Hugs, Zara

  41. Nick Bantock. He's a writer and a collage artist. His books remind me how to be creative, why it's good to rip up old magazines and whatnot to make my own collages and that I don't have to be perfect to make it as a writer.

  42. I try (not very successfully) to fit weaving into my life around the day job and the writing. Your comments, PBW, about quilting being an art that is functional and practical brought straight to mind the words of Soetsu Yanagi, a Japanese potter who wrote 'The Unknown Craftsman':

    The special quality of beauty in crafts is that it is a beauty of intimacy... The beauty of such objects is not so much of the noble, the huge or the lofty, as a beauty of the warm and familiar... People hang their pictures high upon the wall, but they place their objects for everyday use close to them, and take them in their hands.

    While I admire the work of many artists, and the represtentations of truths, emotions, dreams and fears that are embodied in their work (I'm thinking here, like Stella above, of works such as Rodin's 'The Kiss'), there is something very important about the everyday art - the quilts, blankets, sweaters we wrap our families in, the pottery mugs we wrap our hands around, the woodwork of tables and chairs on which we share meals with loved ones.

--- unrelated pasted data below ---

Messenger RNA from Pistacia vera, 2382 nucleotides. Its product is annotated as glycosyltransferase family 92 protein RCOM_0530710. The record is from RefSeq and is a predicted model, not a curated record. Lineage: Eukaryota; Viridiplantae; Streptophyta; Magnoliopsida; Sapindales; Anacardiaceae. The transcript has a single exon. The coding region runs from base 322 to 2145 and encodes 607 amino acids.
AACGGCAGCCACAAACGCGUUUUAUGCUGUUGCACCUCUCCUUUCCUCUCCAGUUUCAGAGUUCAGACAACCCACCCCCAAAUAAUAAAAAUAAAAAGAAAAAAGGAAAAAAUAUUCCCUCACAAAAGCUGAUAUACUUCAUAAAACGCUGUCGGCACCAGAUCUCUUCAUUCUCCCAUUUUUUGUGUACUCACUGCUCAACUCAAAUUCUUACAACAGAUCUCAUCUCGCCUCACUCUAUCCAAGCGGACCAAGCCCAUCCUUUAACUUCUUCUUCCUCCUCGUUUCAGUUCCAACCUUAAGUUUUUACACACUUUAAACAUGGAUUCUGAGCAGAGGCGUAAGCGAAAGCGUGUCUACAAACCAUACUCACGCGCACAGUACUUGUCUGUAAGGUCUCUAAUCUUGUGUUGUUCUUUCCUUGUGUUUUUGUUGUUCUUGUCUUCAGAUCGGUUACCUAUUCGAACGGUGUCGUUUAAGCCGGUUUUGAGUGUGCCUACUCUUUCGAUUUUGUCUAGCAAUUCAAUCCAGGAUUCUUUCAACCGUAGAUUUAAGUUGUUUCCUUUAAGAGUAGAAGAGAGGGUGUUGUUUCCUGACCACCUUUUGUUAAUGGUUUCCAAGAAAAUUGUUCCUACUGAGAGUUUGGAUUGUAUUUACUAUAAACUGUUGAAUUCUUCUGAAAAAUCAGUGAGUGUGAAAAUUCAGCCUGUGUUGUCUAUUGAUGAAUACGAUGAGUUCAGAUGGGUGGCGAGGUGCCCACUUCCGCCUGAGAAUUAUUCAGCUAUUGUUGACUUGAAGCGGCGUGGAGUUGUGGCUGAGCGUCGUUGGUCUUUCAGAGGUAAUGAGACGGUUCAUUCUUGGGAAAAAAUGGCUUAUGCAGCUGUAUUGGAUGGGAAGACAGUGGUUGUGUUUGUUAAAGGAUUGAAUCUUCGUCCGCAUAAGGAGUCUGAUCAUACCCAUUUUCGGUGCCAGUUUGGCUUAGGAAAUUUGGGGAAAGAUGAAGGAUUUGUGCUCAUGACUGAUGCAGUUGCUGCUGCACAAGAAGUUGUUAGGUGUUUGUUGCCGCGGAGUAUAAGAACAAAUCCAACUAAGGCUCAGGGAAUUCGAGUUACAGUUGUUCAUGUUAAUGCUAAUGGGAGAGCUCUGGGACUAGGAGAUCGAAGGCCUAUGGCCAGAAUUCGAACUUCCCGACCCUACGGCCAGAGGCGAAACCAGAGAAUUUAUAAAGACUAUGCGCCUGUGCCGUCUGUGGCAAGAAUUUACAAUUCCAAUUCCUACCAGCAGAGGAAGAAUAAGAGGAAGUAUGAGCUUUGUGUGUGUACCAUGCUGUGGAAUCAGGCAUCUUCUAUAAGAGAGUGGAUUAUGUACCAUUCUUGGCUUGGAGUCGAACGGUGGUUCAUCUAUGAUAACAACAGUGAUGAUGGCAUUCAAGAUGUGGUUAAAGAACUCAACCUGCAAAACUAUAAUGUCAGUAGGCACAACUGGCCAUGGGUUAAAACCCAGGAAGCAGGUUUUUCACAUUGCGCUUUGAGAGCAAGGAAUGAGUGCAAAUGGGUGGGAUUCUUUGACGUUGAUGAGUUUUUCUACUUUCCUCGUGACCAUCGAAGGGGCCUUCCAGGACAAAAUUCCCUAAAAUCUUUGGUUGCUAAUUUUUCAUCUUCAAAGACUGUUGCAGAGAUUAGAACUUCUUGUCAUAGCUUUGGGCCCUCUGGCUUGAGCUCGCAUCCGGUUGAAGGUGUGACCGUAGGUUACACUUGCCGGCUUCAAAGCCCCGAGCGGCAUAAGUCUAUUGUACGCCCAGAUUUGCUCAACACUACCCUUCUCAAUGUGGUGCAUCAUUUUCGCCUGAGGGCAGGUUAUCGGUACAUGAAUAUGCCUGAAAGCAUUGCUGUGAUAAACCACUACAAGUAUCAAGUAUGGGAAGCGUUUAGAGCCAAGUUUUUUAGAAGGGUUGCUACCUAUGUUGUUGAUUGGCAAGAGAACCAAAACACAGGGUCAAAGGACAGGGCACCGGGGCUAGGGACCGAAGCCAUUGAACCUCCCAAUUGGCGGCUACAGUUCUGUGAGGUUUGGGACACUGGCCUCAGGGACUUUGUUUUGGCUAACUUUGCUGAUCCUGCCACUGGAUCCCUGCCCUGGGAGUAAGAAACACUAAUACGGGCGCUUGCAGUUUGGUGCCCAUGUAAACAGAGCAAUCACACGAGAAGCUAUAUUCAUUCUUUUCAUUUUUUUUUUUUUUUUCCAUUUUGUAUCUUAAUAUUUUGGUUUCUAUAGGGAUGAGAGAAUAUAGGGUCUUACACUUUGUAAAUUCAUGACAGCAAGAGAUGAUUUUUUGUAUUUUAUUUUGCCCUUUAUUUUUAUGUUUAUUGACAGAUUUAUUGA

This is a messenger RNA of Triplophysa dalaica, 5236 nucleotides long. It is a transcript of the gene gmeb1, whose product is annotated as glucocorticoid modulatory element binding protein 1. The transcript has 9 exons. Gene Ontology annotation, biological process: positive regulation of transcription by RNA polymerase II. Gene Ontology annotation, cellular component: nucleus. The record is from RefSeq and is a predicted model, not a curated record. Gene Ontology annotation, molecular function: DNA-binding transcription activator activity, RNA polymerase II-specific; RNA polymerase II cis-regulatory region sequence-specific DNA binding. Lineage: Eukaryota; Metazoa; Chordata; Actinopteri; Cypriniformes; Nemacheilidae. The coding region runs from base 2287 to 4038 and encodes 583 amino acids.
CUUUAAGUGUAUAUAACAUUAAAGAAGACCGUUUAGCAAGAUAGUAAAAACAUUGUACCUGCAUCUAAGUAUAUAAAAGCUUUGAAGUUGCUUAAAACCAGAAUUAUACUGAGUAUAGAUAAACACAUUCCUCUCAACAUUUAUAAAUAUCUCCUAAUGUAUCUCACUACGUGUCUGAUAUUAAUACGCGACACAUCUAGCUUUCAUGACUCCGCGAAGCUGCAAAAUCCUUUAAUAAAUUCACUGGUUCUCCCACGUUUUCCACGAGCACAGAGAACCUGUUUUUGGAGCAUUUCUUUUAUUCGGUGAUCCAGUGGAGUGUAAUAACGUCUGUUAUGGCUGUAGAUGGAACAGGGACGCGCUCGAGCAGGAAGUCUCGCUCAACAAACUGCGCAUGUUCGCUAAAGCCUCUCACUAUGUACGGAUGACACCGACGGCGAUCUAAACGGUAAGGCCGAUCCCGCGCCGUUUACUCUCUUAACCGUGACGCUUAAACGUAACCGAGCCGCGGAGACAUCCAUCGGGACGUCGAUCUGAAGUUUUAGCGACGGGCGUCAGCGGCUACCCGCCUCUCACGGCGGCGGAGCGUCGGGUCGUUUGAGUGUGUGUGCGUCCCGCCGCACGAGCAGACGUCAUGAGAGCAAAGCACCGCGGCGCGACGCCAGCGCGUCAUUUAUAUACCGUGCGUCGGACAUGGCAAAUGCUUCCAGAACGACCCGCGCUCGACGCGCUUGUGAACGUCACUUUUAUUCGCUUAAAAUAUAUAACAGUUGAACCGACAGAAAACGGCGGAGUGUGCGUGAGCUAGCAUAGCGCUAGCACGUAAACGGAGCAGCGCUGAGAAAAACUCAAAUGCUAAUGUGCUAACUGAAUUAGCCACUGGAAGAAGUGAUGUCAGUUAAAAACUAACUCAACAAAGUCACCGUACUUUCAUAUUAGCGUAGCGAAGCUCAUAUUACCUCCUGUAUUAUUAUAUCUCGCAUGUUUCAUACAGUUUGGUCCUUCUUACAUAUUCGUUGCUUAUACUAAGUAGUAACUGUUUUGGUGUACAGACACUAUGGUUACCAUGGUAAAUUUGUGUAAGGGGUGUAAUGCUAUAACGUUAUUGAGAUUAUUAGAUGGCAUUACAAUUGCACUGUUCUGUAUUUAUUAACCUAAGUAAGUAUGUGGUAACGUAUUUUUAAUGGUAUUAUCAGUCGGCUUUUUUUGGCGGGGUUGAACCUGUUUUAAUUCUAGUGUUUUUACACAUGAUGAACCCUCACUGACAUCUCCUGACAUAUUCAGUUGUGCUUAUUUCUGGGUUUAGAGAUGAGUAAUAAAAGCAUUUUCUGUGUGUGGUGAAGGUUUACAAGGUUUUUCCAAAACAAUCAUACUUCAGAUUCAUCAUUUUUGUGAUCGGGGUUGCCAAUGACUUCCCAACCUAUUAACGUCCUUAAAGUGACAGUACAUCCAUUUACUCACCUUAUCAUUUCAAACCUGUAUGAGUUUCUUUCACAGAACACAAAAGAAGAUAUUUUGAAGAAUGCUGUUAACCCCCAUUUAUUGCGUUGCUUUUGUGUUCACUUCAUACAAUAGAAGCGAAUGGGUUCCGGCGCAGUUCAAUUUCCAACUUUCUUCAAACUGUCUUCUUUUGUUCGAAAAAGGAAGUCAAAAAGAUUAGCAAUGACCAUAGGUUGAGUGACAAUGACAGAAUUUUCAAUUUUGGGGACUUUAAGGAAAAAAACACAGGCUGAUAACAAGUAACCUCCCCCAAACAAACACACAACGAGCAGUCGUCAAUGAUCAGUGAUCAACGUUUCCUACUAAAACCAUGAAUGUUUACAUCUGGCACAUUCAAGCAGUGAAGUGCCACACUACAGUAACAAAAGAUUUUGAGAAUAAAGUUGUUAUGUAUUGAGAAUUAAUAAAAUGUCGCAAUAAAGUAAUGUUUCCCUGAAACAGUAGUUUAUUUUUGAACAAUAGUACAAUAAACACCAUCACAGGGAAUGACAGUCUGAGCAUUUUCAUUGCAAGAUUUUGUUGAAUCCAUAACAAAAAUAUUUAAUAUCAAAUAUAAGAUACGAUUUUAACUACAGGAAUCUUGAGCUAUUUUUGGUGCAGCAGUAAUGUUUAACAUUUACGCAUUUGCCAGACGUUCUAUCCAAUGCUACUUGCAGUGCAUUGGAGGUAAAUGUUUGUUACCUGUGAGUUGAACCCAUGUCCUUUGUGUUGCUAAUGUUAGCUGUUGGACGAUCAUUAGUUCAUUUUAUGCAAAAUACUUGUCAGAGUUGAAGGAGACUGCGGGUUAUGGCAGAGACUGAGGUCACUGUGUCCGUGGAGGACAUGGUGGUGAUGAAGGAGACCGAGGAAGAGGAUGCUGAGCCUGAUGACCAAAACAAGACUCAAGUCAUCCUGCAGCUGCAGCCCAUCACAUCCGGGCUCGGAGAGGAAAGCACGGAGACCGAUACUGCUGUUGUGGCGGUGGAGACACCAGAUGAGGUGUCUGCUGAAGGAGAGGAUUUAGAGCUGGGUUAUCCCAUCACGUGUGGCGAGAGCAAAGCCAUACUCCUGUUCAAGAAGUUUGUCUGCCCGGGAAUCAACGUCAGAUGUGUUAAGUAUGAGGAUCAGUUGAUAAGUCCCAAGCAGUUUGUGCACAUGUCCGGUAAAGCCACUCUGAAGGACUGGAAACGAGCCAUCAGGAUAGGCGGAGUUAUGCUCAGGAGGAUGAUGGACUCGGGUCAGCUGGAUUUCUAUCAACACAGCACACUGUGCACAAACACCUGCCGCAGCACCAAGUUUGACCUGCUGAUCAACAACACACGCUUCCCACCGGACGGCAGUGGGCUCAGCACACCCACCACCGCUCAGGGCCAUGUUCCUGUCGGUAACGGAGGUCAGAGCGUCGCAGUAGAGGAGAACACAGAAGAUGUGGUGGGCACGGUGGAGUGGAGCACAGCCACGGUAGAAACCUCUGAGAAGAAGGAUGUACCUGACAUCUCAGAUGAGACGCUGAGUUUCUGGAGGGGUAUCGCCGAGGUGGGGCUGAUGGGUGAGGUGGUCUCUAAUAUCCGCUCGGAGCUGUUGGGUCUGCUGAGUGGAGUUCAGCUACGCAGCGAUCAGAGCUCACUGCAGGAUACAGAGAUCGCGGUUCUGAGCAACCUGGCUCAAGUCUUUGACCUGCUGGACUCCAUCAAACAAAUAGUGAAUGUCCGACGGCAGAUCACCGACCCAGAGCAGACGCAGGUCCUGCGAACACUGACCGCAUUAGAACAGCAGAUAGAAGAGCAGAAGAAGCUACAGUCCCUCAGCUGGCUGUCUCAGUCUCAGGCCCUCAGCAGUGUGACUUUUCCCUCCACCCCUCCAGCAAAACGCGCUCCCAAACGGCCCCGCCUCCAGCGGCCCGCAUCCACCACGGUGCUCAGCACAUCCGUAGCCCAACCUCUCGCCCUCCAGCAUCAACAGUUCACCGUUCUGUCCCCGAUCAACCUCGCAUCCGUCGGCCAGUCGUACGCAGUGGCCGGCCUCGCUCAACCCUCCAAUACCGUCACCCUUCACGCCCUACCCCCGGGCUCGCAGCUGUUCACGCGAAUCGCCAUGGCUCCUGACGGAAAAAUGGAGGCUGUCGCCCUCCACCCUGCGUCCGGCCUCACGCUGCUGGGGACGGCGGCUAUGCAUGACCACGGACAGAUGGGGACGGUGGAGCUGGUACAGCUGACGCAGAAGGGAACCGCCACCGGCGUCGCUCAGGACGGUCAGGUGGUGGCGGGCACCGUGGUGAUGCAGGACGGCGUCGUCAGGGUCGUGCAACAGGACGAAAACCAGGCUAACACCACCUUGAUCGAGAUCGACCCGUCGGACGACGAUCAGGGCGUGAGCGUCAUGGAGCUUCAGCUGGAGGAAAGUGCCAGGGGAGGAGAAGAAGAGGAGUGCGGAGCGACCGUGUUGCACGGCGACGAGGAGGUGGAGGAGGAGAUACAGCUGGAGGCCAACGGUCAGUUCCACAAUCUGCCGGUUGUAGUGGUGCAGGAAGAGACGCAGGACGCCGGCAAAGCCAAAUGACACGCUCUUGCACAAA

43. Anonymous8:59 PM

    I'm a fan of many of the old masters, Da Vinci and Goya being way up there on my list.
    I also love contemporary fantasy art and visit Adele Sessler's website Meadowhaven at least once a week. I love the anime/realism blended stlye that her artwork has. And then there's Ursula Vernon, who is amazingly funny and talented and has blown my mind with her unique visions in art and writing on more than one occasion. Her blog, Bark Like A Fish, Damnit! is just wonderful and a daily read for me.

  44. I have a fondness for Matisse and Kandinsky--something about big bold blocks of color is very appealing to me. I also love the work of Ansel Adams, who took some of the most beautiful photos I've ever seen.

  45. Anonymous1:59 AM

    Ooooh! I like art, but I'm kinda more drawn to the lap-quilt/Dark Need part of the deal. Can I just enter the drawing for those?


Note: Only a member of this blog may post a comment.